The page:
TRS MP Kalvakuntla Kavitha interview in New Indian Express

By any measure, she wants to be the right model for anyone aspiring to be an MP. “It’s the highest panchayat of the country,” she says about Parliament. It is perhaps this forthrightness which sets Kalvakuntla Kavitha apart from her peers. As one is irresistibly drawn to her candid observations, one cannot brush aside her quest to unravel the parliamentary systems. That she is also a continuous learner was evident from the classes she attended to hone her skills on various topics. In a free-wheeling chat with Express team, Kavitha outlines her priorities as a first-time MP and her goal-oriented approach to resolve issues.Kalvakuntla-Kavitha-002

So, how was the first session of Parliament for the first-time MP?

Very good. Exhilarating in a way. The first time I entered Parliament, I felt very patriotic. Probably never in my life, I felt so. That was when I understood why Modiji bowed when he stepped into the portals of Parliament. The whole session went off quite well and also helped break some myths I had. When you talk of Parliament sessions, we used to only remember visuals of MPs sleeping. But, this House is completely different and probably it has to do with a large number of first-time MPs, a majority of them very serious and conscious of the huge responsibility people vested in them. In fact, it was more like a classroom – vibrant MPs listening intently and writing down notes. Overall, I felt good being there.

How did you grab opportunities to speak?

Initially, it was a bit difficult. We were told that we would get only 7-8 minutes because our party has fewer MPs. Everything is decided on numbers. But, then we went through orientation sessions where we were explained how to identify subjects to speak and create an impact when we speak. Overall, I think I spoke more than 10 times, participated in four debates one of which was initiated by me. Not only me. Almost all of our party MPs spoke on different issues and on different occasions and made a mark of their own.

What impressed me most was the way seniors appreciated us whenever we spoke well. It makes a lot of difference. When I spoke about the problems of Kashmiri Pandits, I had received almost 20 notes appreciating the points raised by me. It could be a simple appreciation but goes a long way in boosting our confidence. I was touched when Advaniji complimented me for my speech on Kashmiri Pandits. We don’t see this kind of culture – praising a fellow member cutting across party lines — in the Assembly, of late. I prepared late into the night the day before because I was keen that nothing I say in the House should be misread, particularly in the context of the controversy that has been generated over my remarks on Kashmir a few days before.

So, how do you look at the controversy your remarks kicked up?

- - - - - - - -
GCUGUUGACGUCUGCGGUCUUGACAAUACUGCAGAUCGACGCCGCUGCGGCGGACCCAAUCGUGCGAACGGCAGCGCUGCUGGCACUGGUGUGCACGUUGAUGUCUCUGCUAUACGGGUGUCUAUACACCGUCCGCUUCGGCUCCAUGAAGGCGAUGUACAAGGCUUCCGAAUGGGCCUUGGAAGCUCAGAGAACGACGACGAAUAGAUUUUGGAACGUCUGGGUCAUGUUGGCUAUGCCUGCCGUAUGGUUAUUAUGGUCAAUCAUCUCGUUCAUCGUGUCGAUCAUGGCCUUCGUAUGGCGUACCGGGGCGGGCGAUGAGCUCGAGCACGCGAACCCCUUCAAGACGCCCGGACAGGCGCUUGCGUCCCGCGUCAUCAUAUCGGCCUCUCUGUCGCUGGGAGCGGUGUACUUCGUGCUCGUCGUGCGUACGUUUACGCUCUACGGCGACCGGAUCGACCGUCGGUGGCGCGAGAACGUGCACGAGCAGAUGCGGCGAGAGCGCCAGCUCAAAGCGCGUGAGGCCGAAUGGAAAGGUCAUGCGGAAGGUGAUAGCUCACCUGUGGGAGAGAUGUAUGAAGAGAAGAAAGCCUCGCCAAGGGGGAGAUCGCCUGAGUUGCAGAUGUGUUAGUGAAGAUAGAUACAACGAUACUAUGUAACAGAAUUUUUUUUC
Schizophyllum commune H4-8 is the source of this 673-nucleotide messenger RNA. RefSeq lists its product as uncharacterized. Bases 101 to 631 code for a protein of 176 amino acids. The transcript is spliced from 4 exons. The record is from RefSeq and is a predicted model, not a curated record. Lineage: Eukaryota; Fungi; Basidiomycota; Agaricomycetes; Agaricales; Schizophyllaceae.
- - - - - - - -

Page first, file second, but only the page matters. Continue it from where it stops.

Well, If not anything else, I understood how not to get into a controversy.

Were you nervous when you spoke for the first time in the House?

I was not afraid, but certainly nervous. Because from the time you aspire to become MP, you keep thinking/saying, “agar my MP banoongi, to my aise boloongi.” So, it is all over your head. But, in the end, I think, I managed a decent speech.

How is the approach of seniors towards first-time MPs?

They are generally very cooperative. I have not seen any senior snub a junior. They are friendly and not overbearing. In the Central hall, even senior Ministers come and interact with junior MPs over a cup of coffee or tea. In a way, it is like a college where everyone interacts with everyone.

Could you make new friends among MPs?

Of course. I knew some of them in the past. But I have made many more friends in the last two months. They are from different states and different parties.

Is language a barrier?

It is mostly English. Probably, because a lot of MPs this time round are relatively young and educated. We also converse in Hindi. But, my Hindi is a bit like Urdu and not quite palatable to the Delhi crowd. I manage, though, to speak in a Hindi that they are comfortable with.

How do find the other MPs? Are they really serious about what they are?

Yes, almost all of them. To be honest, I did not have a great impression about parliamentarians in the past. You got to see only a few emerge as leaders. But, to my surprise, most of new MPs are pretty serious about the profession they have chosen and are committed. They take notes, prepare well. Especially, until the lunch time, the House is almost jampacked.

What about the women MPs?

We bonded very well. There are many of them and quite a few first-timers. There was this second-time MP from Gujarat who came up to me and said: “You spoke well. Even if you are not from my party, I want to appreciate you. Keep it up” And, then she said: “Jab bhi koyi ladki baat karti hai, mujhe accha lagti hai.”